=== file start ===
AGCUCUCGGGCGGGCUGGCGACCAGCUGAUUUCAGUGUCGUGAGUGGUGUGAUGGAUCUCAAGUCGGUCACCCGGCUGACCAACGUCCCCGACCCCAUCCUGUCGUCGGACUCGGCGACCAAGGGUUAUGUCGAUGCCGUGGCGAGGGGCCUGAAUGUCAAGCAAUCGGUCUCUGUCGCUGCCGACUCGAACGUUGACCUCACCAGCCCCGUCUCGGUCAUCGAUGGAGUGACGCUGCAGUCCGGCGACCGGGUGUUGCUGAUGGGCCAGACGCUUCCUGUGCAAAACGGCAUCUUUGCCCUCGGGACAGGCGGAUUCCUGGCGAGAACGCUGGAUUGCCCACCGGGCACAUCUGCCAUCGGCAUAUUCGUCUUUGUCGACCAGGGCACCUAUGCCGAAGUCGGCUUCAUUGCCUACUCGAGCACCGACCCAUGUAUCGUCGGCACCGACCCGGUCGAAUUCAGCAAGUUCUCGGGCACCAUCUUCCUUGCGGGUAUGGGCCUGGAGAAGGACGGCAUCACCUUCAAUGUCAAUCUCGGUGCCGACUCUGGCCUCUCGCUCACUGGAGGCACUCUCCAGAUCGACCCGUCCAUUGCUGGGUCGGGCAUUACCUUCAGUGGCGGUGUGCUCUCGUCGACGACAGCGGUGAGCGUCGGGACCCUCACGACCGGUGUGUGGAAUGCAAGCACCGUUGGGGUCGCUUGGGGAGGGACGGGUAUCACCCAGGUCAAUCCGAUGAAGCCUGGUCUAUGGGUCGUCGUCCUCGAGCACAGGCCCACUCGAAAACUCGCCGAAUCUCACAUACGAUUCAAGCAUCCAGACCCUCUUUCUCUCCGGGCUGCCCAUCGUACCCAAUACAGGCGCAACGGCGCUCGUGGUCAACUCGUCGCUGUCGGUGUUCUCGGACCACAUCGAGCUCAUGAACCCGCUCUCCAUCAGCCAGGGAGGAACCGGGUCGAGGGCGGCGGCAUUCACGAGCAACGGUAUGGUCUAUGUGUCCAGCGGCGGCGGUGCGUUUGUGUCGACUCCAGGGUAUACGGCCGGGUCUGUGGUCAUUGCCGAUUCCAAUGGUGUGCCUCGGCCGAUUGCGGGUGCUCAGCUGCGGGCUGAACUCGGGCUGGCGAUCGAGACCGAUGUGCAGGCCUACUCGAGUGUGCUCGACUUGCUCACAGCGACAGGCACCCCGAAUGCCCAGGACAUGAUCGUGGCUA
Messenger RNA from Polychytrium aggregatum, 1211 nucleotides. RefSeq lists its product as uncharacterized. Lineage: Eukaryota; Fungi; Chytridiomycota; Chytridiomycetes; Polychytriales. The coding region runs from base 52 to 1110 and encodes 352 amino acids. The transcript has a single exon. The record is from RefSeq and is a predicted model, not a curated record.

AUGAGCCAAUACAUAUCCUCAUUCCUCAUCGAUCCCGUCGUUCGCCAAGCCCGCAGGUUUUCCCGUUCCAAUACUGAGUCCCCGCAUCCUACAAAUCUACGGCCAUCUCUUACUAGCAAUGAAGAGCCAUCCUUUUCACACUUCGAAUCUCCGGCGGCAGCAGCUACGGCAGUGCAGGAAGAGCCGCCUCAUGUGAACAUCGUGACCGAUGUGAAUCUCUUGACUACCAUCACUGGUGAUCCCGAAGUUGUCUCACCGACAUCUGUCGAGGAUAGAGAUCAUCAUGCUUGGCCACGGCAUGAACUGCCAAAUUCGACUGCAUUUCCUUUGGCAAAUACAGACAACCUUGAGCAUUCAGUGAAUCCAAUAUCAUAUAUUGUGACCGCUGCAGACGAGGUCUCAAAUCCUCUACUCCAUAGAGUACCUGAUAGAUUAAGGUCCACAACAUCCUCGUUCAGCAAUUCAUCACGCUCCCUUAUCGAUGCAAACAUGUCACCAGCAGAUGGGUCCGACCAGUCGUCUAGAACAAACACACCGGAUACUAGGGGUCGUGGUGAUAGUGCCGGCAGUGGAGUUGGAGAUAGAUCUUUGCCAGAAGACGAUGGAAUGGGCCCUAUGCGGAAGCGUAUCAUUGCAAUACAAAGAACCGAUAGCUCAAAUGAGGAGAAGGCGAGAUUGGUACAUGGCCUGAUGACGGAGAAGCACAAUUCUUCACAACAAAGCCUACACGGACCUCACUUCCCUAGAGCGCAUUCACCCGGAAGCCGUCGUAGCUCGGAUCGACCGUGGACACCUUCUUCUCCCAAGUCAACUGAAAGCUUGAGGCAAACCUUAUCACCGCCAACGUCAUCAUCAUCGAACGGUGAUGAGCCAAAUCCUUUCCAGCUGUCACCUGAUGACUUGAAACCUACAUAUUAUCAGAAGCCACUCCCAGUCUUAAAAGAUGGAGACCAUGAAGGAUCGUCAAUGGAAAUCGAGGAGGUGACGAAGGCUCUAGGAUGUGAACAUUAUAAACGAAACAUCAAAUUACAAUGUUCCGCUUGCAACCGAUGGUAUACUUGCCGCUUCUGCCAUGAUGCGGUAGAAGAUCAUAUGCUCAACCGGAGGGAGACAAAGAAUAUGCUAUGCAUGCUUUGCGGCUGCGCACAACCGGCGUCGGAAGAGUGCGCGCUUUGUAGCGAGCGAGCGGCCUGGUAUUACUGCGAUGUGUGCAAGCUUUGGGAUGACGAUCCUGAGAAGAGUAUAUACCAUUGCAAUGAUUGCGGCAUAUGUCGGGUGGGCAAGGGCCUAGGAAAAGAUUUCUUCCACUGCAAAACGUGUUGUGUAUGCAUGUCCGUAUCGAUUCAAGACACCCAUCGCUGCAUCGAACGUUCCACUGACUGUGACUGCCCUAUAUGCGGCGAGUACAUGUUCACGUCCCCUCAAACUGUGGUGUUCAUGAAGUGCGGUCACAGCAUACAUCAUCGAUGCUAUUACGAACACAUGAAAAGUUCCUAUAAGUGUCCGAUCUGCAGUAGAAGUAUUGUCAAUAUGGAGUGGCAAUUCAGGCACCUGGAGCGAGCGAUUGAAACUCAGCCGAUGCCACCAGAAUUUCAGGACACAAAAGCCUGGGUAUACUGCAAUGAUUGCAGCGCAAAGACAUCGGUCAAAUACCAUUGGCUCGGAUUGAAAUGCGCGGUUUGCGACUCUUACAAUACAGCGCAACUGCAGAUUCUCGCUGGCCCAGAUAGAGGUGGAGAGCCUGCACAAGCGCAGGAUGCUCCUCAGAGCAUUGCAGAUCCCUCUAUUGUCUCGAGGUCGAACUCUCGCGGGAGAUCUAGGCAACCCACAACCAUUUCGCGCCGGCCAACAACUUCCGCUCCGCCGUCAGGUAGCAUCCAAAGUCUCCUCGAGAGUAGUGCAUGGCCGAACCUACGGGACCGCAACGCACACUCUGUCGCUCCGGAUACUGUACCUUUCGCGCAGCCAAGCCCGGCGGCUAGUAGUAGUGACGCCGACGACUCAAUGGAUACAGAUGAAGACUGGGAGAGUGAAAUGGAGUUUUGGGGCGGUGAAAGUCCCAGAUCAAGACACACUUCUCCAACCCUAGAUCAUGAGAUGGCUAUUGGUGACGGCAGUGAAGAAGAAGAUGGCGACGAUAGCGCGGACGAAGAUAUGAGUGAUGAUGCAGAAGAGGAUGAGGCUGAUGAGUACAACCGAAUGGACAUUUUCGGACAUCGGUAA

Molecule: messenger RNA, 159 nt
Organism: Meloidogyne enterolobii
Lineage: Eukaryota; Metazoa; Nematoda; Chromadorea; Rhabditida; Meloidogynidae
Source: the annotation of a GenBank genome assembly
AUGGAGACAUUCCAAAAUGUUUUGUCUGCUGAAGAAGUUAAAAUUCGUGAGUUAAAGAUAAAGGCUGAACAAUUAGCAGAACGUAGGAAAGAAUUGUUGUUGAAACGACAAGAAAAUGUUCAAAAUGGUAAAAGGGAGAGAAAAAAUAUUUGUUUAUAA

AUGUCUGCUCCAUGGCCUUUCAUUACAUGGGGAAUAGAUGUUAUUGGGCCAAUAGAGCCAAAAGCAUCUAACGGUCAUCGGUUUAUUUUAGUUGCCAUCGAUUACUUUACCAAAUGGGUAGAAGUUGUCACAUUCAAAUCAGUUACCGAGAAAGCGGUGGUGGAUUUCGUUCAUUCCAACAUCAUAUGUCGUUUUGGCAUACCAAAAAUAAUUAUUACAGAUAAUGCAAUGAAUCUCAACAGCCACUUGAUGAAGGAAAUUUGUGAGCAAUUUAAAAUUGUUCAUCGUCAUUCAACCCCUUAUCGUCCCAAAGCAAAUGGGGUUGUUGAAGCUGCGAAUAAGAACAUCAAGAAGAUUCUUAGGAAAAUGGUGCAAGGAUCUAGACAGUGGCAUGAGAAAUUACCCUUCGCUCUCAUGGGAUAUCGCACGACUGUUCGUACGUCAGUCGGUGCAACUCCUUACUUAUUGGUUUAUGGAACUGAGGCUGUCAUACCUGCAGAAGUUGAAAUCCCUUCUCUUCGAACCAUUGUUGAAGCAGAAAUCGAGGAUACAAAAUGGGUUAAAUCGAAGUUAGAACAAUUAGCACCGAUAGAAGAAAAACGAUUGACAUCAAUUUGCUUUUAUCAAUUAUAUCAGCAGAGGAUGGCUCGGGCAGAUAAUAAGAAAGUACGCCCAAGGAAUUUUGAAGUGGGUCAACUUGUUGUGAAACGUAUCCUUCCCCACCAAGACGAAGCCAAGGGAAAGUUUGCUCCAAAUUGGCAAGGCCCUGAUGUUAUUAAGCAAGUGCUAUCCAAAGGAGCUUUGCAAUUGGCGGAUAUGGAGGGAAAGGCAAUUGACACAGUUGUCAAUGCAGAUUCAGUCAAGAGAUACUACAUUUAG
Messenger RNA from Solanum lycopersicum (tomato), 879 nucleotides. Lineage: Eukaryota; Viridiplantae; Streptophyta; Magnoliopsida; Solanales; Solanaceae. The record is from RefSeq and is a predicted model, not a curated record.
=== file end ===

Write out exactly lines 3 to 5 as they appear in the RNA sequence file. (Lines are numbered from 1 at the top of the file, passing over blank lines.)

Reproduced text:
AUGAGCCAAUACAUAUCCUCAUUCCUCAUCGAUCCCGUCGUUCGCCAAGCCCGCAGGUUUUCCCGUUCCAAUACUGAGUCCCCGCAUCCUACAAAUCUACGGCCAUCUCUUACUAGCAAUGAAGAGCCAUCCUUUUCACACUUCGAAUCUCCGGCGGCAGCAGCUACGGCAGUGCAGGAAGAGCCGCCUCAUGUGAACAUCGUGACCGAUGUGAAUCUCUUGACUACCAUCACUGGUGAUCCCGAAGUUGUCUCACCGACAUCUGUCGAGGAUAGAGAUCAUCAUGCUUGGCCACGGCAUGAACUGCCAAAUUCGACUGCAUUUCCUUUGGCAAAUACAGACAACCUUGAGCAUUCAGUGAAUCCAAUAUCAUAUAUUGUGACCGCUGCAGACGAGGUCUCAAAUCCUCUACUCCAUAGAGUACCUGAUAGAUUAAGGUCCACAACAUCCUCGUUCAGCAAUUCAUCACGCUCCCUUAUCGAUGCAAACAUGUCACCAGCAGAUGGGUCCGACCAGUCGUCUAGAACAAACACACCGGAUACUAGGGGUCGUGGUGAUAGUGCCGGCAGUGGAGUUGGAGAUAGAUCUUUGCCAGAAGACGAUGGAAUGGGCCCUAUGCGGAAGCGUAUCAUUGCAAUACAAAGAACCGAUAGCUCAAAUGAGGAGAAGGCGAGAUUGGUACAUGGCCUGAUGACGGAGAAGCACAAUUCUUCACAACAAAGCCUACACGGACCUCACUUCCCUAGAGCGCAUUCACCCGGAAGCCGUCGUAGCUCGGAUCGACCGUGGACACCUUCUUCUCCCAAGUCAACUGAAAGCUUGAGGCAAACCUUAUCACCGCCAACGUCAUCAUCAUCGAACGGUGAUGAGCCAAAUCCUUUCCAGCUGUCACCUGAUGACUUGAAACCUACAUAUUAUCAGAAGCCACUCCCAGUCUUAAAAGAUGGAGACCAUGAAGGAUCGUCAAUGGAAAUCGAGGAGGUGACGAAGGCUCUAGGAUGUGAACAUUAUAAACGAAACAUCAAAUUACAAUGUUCCGCUUGCAACCGAUGGUAUACUUGCCGCUUCUGCCAUGAUGCGGUAGAAGAUCAUAUGCUCAACCGGAGGGAGACAAAGAAUAUGCUAUGCAUGCUUUGCGGCUGCGCACAACCGGCGUCGGAAGAGUGCGCGCUUUGUAGCGAGCGAGCGGCCUGGUAUUACUGCGAUGUGUGCAAGCUUUGGGAUGACGAUCCUGAGAAGAGUAUAUACCAUUGCAAUGAUUGCGGCAUAUGUCGGGUGGGCAAGGGCCUAGGAAAAGAUUUCUUCCACUGCAAAACGUGUUGUGUAUGCAUGUCCGUAUCGAUUCAAGACACCCAUCGCUGCAUCGAACGUUCCACUGACUGUGACUGCCCUAUAUGCGGCGAGUACAUGUUCACGUCCCCUCAAACUGUGGUGUUCAUGAAGUGCGGUCACAGCAUACAUCAUCGAUGCUAUUACGAACACAUGAAAAGUUCCUAUAAGUGUCCGAUCUGCAGUAGAAGUAUUGUCAAUAUGGAGUGGCAAUUCAGGCACCUGGAGCGAGCGAUUGAAACUCAGCCGAUGCCACCAGAAUUUCAGGACACAAAAGCCUGGGUAUACUGCAAUGAUUGCAGCGCAAAGACAUCGGUCAAAUACCAUUGGCUCGGAUUGAAAUGCGCGGUUUGCGACUCUUACAAUACAGCGCAACUGCAGAUUCUCGCUGGCCCAGAUAGAGGUGGAGAGCCUGCACAAGCGCAGGAUGCUCCUCAGAGCAUUGCAGAUCCCUCUAUUGUCUCGAGGUCGAACUCUCGCGGGAGAUCUAGGCAACCCACAACCAUUUCGCGCCGGCCAACAACUUCCGCUCCGCCGUCAGGUAGCAUCCAAAGUCUCCUCGAGAGUAGUGCAUGGCCGAACCUACGGGACCGCAACGCACACUCUGUCGCUCCGGAUACUGUACCUUUCGCGCAGCCAAGCCCGGCGGCUAGUAGUAGUGACGCCGACGACUCAAUGGAUACAGAUGAAGACUGGGAGAGUGAAAUGGAGUUUUGGGGCGGUGAAAGUCCCAGAUCAAGACACACUUCUCCAACCCUAGAUCAUGAGAUGGCUAUUGGUGACGGCAGUGAAGAAGAAGAUGGCGACGAUAGCGCGGACGAAGAUAUGAGUGAUGAUGCAGAAGAGGAUGAGGCUGAUGAGUACAACCGAAUGGACAUUUUCGGACAUCGGUAA

Molecule: messenger RNA, 159 nt
Organism: Meloidogyne enterolobii